Why Some Banks Charge Fees & How to Avoid Banking Costs

profileCurrent Team | December 2, 2022
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Banks charge fees for their products and services in order to make money to pay for their business expenses. Everything from keeping the lights on in brick-and-mortar locations to paying the person who answers the phone at the bank costs them money, and those costs are passed to the consumer.

For example, a bank may charge a minimal processing fee for investment transactions, a monthly fee for maintaining certain accounts, a hefty fee for missing payments, and interest on any money that you borrow. All these fees can quickly add up.

The good news is that when you take actions that benefit the bank, they often reward you by lowering your fees or eliminating them altogether. Understanding how to avoid banking costs starts with knowing what costs might come your way and why. Then, you can learn how to avoid them.

We break down all the various bank charges below.

Common Bank Charges & How to Avoid Them

If you have a checking account with a brick-and-mortar bank, you will almost always see these fees:

Account Maintenance Fees

These fees are charged monthly, usually as a flat fee that is applied to basic checking or savings accounts. The average monthly checking fee is $13.95 per month, which adds up to a little over $167 a year.

These fees are more common with brick-and-mortar banks than with online banks. Many online financial institutions offer free checking and savings accounts. Current, for example, not only offers savings options with no fees but high rates of return as well.

The Best Way to Avoid Account Maintenance Fees

There are checking account and savings account options that reward customers for maintaining a certain balance in their account by removing fees or for having multiple accounts with their bank. For example, some checking accounts have a fee of $14.95 per month unless you maintain a minimum balance of $1,000 or have a savings account that maintains a minimum balance of $1,000.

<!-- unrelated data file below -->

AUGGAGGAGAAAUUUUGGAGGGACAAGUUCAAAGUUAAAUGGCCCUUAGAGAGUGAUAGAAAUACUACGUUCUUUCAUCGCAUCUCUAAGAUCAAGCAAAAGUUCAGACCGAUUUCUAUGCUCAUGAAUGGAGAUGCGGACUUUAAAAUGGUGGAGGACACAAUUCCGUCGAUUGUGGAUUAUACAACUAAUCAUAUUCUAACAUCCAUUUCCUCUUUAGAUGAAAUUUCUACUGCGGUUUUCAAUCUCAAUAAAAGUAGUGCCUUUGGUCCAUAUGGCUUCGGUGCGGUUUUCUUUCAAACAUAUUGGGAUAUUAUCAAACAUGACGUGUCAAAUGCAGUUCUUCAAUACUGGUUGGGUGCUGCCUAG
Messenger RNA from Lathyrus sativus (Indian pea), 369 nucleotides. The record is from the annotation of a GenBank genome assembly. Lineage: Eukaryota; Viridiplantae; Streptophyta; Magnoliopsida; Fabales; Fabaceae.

Minimum Balance Fees

If you sign up for a checking account that waives the monthly maintenance fee as long as you maintain a minimum balance, but you allow your account balance to drop below that amount at any point during the month, you will be hit with a minimum balance fee. In most cases, it will be equal to the account maintenance fee that you would have paid for an account with no balance requirements.

The Best Way to Avoid Minimum Balance Fees

If you sign up for an account that triggers a fee if you drop below the minimum balance, you can make it a point to never drop below that balance, or sign up for a no-fee checking account online.

Non-Sufficient Funds Fees (NSF)

If you write a check for an amount that is not in your bank account, the bank won’t cover the charge, causing your check to “bounce,” and they will charge you a fee as well. The average overdraft fee is about $33.58. To make matters worse, whomever you were trying to pay with that check will likely tack on their own overdraft fee and possibly late fees.

The Best Way to Avoid NSF Fees

Of course, the best way to avoid overdraft fees is to make sure that you never overdraft your account. This means balancing your checkbook, so you don’t spend money that shouldn’t be in your account.

Another option is to find out if your bank will allow you to hook up an overdraft account to your checking account. This will mean that if there is not enough money in your checking account to cover a bill, the bank will automatically dip into an associated savings account to cover the cost without incurring a fee.

Overdraft Protection Charges

Another way to ensure that you don’t pay NSF fees is to purchase overdraft protection through your bank, but this service itself costs a monthly fee, usually between $25 and $35 per month. Why opt for this fee when it’s similar to an overdraft charge?

If it’s a problem that happens frequently and the overdraft protection is less than a single NSF fee, there is a small savings. Plus, because the bank will float you the money to pay your bill, you won’t be charged a bounced check fee, interest, or other fees by the institution you were trying to pay with the check.

The Best Way to Avoid Overdraft Protection Fees

Don’t sign up for overdraft protection if it costs money, or seek out an online bank that offers the service at no charge.

Returned Deposit Charge

Not only can you be charged if you bounce a check on your account, but if you attempt to deposit a check that bounces, you will be charged a returned deposit charge. If you spend the money in that check and have no other funds in your account when it is pulled back, you could also be looking at a slew of NSF fees from your bank and from the people whom you attempted to pay using the funds from the failed deposit.

The Best Way to Avoid Returned Deposit Charges

Always maintain a healthy minimum amount of money in your account in case this happens. Do not spend money that you receive until after it has been in your account for a week or more.

ATM Fees

If you choose to use your debit card to withdraw cash from an ATM that is not associated with your bank, you will likely have to pay a fee at the time of withdrawal. At this time, the fee is anywhere from $3.90 to $5.23, depending on your location and the bank.  

The Best Way to Avoid ATM Fees

Many online banks offer reimbursement for ATM fees when you use their cards at an ATM because they have no brick-and-mortar base to offer as an alternative.

Fees for New Checks